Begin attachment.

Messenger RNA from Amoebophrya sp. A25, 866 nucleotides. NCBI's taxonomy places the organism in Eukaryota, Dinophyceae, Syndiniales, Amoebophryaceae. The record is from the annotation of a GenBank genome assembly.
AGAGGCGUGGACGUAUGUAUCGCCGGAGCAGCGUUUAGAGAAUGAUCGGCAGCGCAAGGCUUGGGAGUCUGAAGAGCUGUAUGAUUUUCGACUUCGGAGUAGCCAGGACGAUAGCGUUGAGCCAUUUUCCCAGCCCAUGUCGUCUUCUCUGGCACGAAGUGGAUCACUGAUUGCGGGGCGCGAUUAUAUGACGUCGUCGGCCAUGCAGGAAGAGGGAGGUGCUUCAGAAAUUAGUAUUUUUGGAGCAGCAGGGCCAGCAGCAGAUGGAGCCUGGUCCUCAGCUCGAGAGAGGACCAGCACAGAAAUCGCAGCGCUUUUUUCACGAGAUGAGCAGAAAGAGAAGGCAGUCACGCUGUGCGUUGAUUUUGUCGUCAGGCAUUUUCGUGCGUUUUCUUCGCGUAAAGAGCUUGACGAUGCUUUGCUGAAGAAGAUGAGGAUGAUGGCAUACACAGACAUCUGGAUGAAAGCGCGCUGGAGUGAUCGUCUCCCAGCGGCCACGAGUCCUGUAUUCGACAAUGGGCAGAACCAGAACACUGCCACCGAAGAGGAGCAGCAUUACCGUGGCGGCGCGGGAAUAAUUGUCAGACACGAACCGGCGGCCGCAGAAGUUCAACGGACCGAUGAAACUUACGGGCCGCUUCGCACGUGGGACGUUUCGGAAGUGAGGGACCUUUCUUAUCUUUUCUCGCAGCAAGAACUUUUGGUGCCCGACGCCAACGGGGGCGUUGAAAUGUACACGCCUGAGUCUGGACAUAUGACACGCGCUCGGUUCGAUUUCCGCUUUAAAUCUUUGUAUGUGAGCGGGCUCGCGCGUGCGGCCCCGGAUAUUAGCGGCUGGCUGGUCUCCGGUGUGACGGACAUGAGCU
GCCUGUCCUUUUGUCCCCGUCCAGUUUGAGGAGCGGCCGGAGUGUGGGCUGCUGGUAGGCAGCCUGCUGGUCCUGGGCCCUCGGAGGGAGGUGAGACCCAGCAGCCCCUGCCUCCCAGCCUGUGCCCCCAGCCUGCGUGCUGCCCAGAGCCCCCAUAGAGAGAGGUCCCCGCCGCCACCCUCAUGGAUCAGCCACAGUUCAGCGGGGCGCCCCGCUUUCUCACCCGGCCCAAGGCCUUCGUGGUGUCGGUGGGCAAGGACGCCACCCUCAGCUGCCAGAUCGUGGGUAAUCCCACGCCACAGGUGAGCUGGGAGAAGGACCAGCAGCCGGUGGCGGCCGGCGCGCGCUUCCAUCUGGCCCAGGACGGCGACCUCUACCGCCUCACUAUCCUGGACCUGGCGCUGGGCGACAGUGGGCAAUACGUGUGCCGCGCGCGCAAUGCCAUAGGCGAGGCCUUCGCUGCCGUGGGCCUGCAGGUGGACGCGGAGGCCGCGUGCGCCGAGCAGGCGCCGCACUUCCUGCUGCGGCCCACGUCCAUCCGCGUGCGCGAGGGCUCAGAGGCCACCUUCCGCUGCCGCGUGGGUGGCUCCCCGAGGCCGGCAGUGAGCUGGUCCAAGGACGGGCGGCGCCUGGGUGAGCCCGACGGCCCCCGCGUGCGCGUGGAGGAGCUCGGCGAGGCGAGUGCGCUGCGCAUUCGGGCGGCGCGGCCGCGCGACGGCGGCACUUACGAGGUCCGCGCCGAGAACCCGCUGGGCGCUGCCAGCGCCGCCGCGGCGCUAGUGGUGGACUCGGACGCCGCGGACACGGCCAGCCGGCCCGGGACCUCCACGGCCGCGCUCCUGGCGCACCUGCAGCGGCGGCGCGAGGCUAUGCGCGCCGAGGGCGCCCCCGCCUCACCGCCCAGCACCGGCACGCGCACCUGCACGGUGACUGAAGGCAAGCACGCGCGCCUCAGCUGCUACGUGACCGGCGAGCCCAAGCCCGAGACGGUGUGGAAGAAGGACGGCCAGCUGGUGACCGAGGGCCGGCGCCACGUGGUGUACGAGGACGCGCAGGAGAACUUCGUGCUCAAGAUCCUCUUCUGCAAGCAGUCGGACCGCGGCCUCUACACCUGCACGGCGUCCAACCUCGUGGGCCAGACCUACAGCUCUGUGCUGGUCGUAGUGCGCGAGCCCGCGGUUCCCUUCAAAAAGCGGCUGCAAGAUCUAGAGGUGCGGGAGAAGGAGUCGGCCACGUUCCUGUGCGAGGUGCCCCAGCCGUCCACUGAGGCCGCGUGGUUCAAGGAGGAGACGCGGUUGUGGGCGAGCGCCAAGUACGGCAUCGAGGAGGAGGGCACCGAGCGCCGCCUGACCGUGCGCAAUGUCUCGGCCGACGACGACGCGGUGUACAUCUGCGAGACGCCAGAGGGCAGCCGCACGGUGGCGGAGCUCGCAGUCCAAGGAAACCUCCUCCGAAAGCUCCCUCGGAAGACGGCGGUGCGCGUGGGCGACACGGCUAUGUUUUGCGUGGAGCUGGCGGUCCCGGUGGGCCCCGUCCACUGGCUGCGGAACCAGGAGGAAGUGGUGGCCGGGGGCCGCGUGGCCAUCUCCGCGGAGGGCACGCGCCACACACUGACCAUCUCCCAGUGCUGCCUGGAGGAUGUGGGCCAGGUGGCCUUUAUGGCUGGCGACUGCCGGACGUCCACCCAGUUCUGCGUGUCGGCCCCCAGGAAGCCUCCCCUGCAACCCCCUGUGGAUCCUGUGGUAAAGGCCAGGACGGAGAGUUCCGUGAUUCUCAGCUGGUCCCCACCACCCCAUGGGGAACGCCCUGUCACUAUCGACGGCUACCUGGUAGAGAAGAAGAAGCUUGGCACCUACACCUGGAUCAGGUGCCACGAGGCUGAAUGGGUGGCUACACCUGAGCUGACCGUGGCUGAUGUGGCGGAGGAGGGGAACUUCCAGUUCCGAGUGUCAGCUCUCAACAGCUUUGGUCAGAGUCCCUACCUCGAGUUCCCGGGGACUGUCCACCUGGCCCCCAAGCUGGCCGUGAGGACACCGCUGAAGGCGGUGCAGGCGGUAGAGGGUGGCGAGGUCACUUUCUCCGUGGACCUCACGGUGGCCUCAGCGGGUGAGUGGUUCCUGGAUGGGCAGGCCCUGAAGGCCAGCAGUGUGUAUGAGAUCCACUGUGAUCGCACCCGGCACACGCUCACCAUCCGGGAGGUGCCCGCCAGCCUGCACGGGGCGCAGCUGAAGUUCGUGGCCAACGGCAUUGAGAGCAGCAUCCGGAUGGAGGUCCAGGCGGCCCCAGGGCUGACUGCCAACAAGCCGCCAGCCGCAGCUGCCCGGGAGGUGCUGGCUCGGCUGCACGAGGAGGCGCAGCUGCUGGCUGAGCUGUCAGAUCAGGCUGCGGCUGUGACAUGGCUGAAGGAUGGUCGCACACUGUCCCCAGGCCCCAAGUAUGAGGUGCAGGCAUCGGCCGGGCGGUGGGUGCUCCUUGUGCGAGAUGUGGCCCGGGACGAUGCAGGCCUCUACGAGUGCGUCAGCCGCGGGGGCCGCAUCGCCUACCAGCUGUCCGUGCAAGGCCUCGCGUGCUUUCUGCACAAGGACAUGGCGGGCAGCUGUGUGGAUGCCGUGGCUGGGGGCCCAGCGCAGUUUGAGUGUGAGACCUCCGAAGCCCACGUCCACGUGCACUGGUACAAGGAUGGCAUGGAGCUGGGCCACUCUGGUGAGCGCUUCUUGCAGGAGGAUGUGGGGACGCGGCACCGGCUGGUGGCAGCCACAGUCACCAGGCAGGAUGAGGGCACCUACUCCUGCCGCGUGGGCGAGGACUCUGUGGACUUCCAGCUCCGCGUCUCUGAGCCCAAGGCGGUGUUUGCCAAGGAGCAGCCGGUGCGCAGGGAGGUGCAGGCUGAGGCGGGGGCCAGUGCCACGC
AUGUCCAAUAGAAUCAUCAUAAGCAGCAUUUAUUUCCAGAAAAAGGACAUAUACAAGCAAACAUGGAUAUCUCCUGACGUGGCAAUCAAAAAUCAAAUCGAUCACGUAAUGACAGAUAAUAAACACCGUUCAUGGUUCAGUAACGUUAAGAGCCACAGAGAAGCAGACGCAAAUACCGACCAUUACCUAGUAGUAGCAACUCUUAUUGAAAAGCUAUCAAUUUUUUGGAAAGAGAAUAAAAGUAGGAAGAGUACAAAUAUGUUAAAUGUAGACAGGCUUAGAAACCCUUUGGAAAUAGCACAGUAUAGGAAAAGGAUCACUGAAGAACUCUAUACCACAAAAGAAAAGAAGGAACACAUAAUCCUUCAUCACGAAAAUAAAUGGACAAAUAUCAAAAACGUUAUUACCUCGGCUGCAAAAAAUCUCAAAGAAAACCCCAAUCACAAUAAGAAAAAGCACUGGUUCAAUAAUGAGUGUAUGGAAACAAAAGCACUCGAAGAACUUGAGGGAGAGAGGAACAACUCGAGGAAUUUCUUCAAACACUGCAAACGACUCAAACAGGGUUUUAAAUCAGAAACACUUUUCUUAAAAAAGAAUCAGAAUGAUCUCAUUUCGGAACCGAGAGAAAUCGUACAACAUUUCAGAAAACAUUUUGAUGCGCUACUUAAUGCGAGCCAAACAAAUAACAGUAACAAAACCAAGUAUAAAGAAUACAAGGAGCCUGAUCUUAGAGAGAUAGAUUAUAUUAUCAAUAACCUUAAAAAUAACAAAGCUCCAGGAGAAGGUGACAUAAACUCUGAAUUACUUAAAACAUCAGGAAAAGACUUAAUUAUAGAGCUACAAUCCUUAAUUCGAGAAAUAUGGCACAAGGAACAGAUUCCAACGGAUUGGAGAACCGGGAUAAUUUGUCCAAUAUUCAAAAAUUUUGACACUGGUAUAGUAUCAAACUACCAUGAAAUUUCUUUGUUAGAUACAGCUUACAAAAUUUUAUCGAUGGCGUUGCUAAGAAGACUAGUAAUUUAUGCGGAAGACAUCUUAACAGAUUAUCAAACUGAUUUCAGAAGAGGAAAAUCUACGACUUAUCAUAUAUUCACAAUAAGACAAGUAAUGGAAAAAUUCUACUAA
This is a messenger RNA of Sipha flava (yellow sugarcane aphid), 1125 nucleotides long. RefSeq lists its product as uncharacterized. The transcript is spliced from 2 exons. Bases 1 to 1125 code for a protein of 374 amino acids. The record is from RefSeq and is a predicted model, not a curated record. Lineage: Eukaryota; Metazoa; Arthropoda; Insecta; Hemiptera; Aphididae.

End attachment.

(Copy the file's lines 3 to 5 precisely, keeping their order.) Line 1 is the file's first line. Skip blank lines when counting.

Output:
GCCUGUCCUUUUGUCCCCGUCCAGUUUGAGGAGCGGCCGGAGUGUGGGCUGCUGGUAGGCAGCCUGCUGGUCCUGGGCCCUCGGAGGGAGGUGAGACCCAGCAGCCCCUGCCUCCCAGCCUGUGCCCCCAGCCUGCGUGCUGCCCAGAGCCCCCAUAGAGAGAGGUCCCCGCCGCCACCCUCAUGGAUCAGCCACAGUUCAGCGGGGCGCCCCGCUUUCUCACCCGGCCCAAGGCCUUCGUGGUGUCGGUGGGCAAGGACGCCACCCUCAGCUGCCAGAUCGUGGGUAAUCCCACGCCACAGGUGAGCUGGGAGAAGGACCAGCAGCCGGUGGCGGCCGGCGCGCGCUUCCAUCUGGCCCAGGACGGCGACCUCUACCGCCUCACUAUCCUGGACCUGGCGCUGGGCGACAGUGGGCAAUACGUGUGCCGCGCGCGCAAUGCCAUAGGCGAGGCCUUCGCUGCCGUGGGCCUGCAGGUGGACGCGGAGGCCGCGUGCGCCGAGCAGGCGCCGCACUUCCUGCUGCGGCCCACGUCCAUCCGCGUGCGCGAGGGCUCAGAGGCCACCUUCCGCUGCCGCGUGGGUGGCUCCCCGAGGCCGGCAGUGAGCUGGUCCAAGGACGGGCGGCGCCUGGGUGAGCCCGACGGCCCCCGCGUGCGCGUGGAGGAGCUCGGCGAGGCGAGUGCGCUGCGCAUUCGGGCGGCGCGGCCGCGCGACGGCGGCACUUACGAGGUCCGCGCCGAGAACCCGCUGGGCGCUGCCAGCGCCGCCGCGGCGCUAGUGGUGGACUCGGACGCCGCGGACACGGCCAGCCGGCCCGGGACCUCCACGGCCGCGCUCCUGGCGCACCUGCAGCGGCGGCGCGAGGCUAUGCGCGCCGAGGGCGCCCCCGCCUCACCGCCCAGCACCGGCACGCGCACCUGCACGGUGACUGAAGGCAAGCACGCGCGCCUCAGCUGCUACGUGACCGGCGAGCCCAAGCCCGAGACGGUGUGGAAGAAGGACGGCCAGCUGGUGACCGAGGGCCGGCGCCACGUGGUGUACGAGGACGCGCAGGAGAACUUCGUGCUCAAGAUCCUCUUCUGCAAGCAGUCGGACCGCGGCCUCUACACCUGCACGGCGUCCAACCUCGUGGGCCAGACCUACAGCUCUGUGCUGGUCGUAGUGCGCGAGCCCGCGGUUCCCUUCAAAAAGCGGCUGCAAGAUCUAGAGGUGCGGGAGAAGGAGUCGGCCACGUUCCUGUGCGAGGUGCCCCAGCCGUCCACUGAGGCCGCGUGGUUCAAGGAGGAGACGCGGUUGUGGGCGAGCGCCAAGUACGGCAUCGAGGAGGAGGGCACCGAGCGCCGCCUGACCGUGCGCAAUGUCUCGGCCGACGACGACGCGGUGUACAUCUGCGAGACGCCAGAGGGCAGCCGCACGGUGGCGGAGCUCGCAGUCCAAGGAAACCUCCUCCGAAAGCUCCCUCGGAAGACGGCGGUGCGCGUGGGCGACACGGCUAUGUUUUGCGUGGAGCUGGCGGUCCCGGUGGGCCCCGUCCACUGGCUGCGGAACCAGGAGGAAGUGGUGGCCGGGGGCCGCGUGGCCAUCUCCGCGGAGGGCACGCGCCACACACUGACCAUCUCCCAGUGCUGCCUGGAGGAUGUGGGCCAGGUGGCCUUUAUGGCUGGCGACUGCCGGACGUCCACCCAGUUCUGCGUGUCGGCCCCCAGGAAGCCUCCCCUGCAACCCCCUGUGGAUCCUGUGGUAAAGGCCAGGACGGAGAGUUCCGUGAUUCUCAGCUGGUCCCCACCACCCCAUGGGGAACGCCCUGUCACUAUCGACGGCUACCUGGUAGAGAAGAAGAAGCUUGGCACCUACACCUGGAUCAGGUGCCACGAGGCUGAAUGGGUGGCUACACCUGAGCUGACCGUGGCUGAUGUGGCGGAGGAGGGGAACUUCCAGUUCCGAGUGUCAGCUCUCAACAGCUUUGGUCAGAGUCCCUACCUCGAGUUCCCGGGGACUGUCCACCUGGCCCCCAAGCUGGCCGUGAGGACACCGCUGAAGGCGGUGCAGGCGGUAGAGGGUGGCGAGGUCACUUUCUCCGUGGACCUCACGGUGGCCUCAGCGGGUGAGUGGUUCCUGGAUGGGCAGGCCCUGAAGGCCAGCAGUGUGUAUGAGAUCCACUGUGAUCGCACCCGGCACACGCUCACCAUCCGGGAGGUGCCCGCCAGCCUGCACGGGGCGCAGCUGAAGUUCGUGGCCAACGGCAUUGAGAGCAGCAUCCGGAUGGAGGUCCAGGCGGCCCCAGGGCUGACUGCCAACAAGCCGCCAGCCGCAGCUGCCCGGGAGGUGCUGGCUCGGCUGCACGAGGAGGCGCAGCUGCUGGCUGAGCUGUCAGAUCAGGCUGCGGCUGUGACAUGGCUGAAGGAUGGUCGCACACUGUCCCCAGGCCCCAAGUAUGAGGUGCAGGCAUCGGCCGGGCGGUGGGUGCUCCUUGUGCGAGAUGUGGCCCGGGACGAUGCAGGCCUCUACGAGUGCGUCAGCCGCGGGGGCCGCAUCGCCUACCAGCUGUCCGUGCAAGGCCUCGCGUGCUUUCUGCACAAGGACAUGGCGGGCAGCUGUGUGGAUGCCGUGGCUGGGGGCCCAGCGCAGUUUGAGUGUGAGACCUCCGAAGCCCACGUCCACGUGCACUGGUACAAGGAUGGCAUGGAGCUGGGCCACUCUGGUGAGCGCUUCUUGCAGGAGGAUGUGGGGACGCGGCACCGGCUGGUGGCAGCCACAGUCACCAGGCAGGAUGAGGGCACCUACUCCUGCCGCGUGGGCGAGGACUCUGUGGACUUCCAGCUCCGCGUCUCUGAGCCCAAGGCGGUGUUUGCCAAGGAGCAGCCGGUGCGCAGGGAGGUGCAGGCUGAGGCGGGGGCCAGUGCCACGC
AUGUCCAAUAGAAUCAUCAUAAGCAGCAUUUAUUUCCAGAAAAAGGACAUAUACAAGCAAACAUGGAUAUCUCCUGACGUGGCAAUCAAAAAUCAAAUCGAUCACGUAAUGACAGAUAAUAAACACCGUUCAUGGUUCAGUAACGUUAAGAGCCACAGAGAAGCAGACGCAAAUACCGACCAUUACCUAGUAGUAGCAACUCUUAUUGAAAAGCUAUCAAUUUUUUGGAAAGAGAAUAAAAGUAGGAAGAGUACAAAUAUGUUAAAUGUAGACAGGCUUAGAAACCCUUUGGAAAUAGCACAGUAUAGGAAAAGGAUCACUGAAGAACUCUAUACCACAAAAGAAAAGAAGGAACACAUAAUCCUUCAUCACGAAAAUAAAUGGACAAAUAUCAAAAACGUUAUUACCUCGGCUGCAAAAAAUCUCAAAGAAAACCCCAAUCACAAUAAGAAAAAGCACUGGUUCAAUAAUGAGUGUAUGGAAACAAAAGCACUCGAAGAACUUGAGGGAGAGAGGAACAACUCGAGGAAUUUCUUCAAACACUGCAAACGACUCAAACAGGGUUUUAAAUCAGAAACACUUUUCUUAAAAAAGAAUCAGAAUGAUCUCAUUUCGGAACCGAGAGAAAUCGUACAACAUUUCAGAAAACAUUUUGAUGCGCUACUUAAUGCGAGCCAAACAAAUAACAGUAACAAAACCAAGUAUAAAGAAUACAAGGAGCCUGAUCUUAGAGAGAUAGAUUAUAUUAUCAAUAACCUUAAAAAUAACAAAGCUCCAGGAGAAGGUGACAUAAACUCUGAAUUACUUAAAACAUCAGGAAAAGACUUAAUUAUAGAGCUACAAUCCUUAAUUCGAGAAAUAUGGCACAAGGAACAGAUUCCAACGGAUUGGAGAACCGGGAUAAUUUGUCCAAUAUUCAAAAAUUUUGACACUGGUAUAGUAUCAAACUACCAUGAAAUUUCUUUGUUAGAUACAGCUUACAAAAUUUUAUCGAUGGCGUUGCUAAGAAGACUAGUAAUUUAUGCGGAAGACAUCUUAACAGAUUAUCAAACUGAUUUCAGAAGAGGAAAAUCUACGACUUAUCAUAUAUUCACAAUAAGACAAGUAAUGGAAAAAUUCUACUAA
This is a messenger RNA of Sipha flava (yellow sugarcane aphid), 1125 nucleotides long. RefSeq lists its product as uncharacterized. The transcript is spliced from 2 exons. Bases 1 to 1125 code for a protein of 374 amino acids. The record is from RefSeq and is a predicted model, not a curated record. Lineage: Eukaryota; Metazoa; Arthropoda; Insecta; Hemiptera; Aphididae.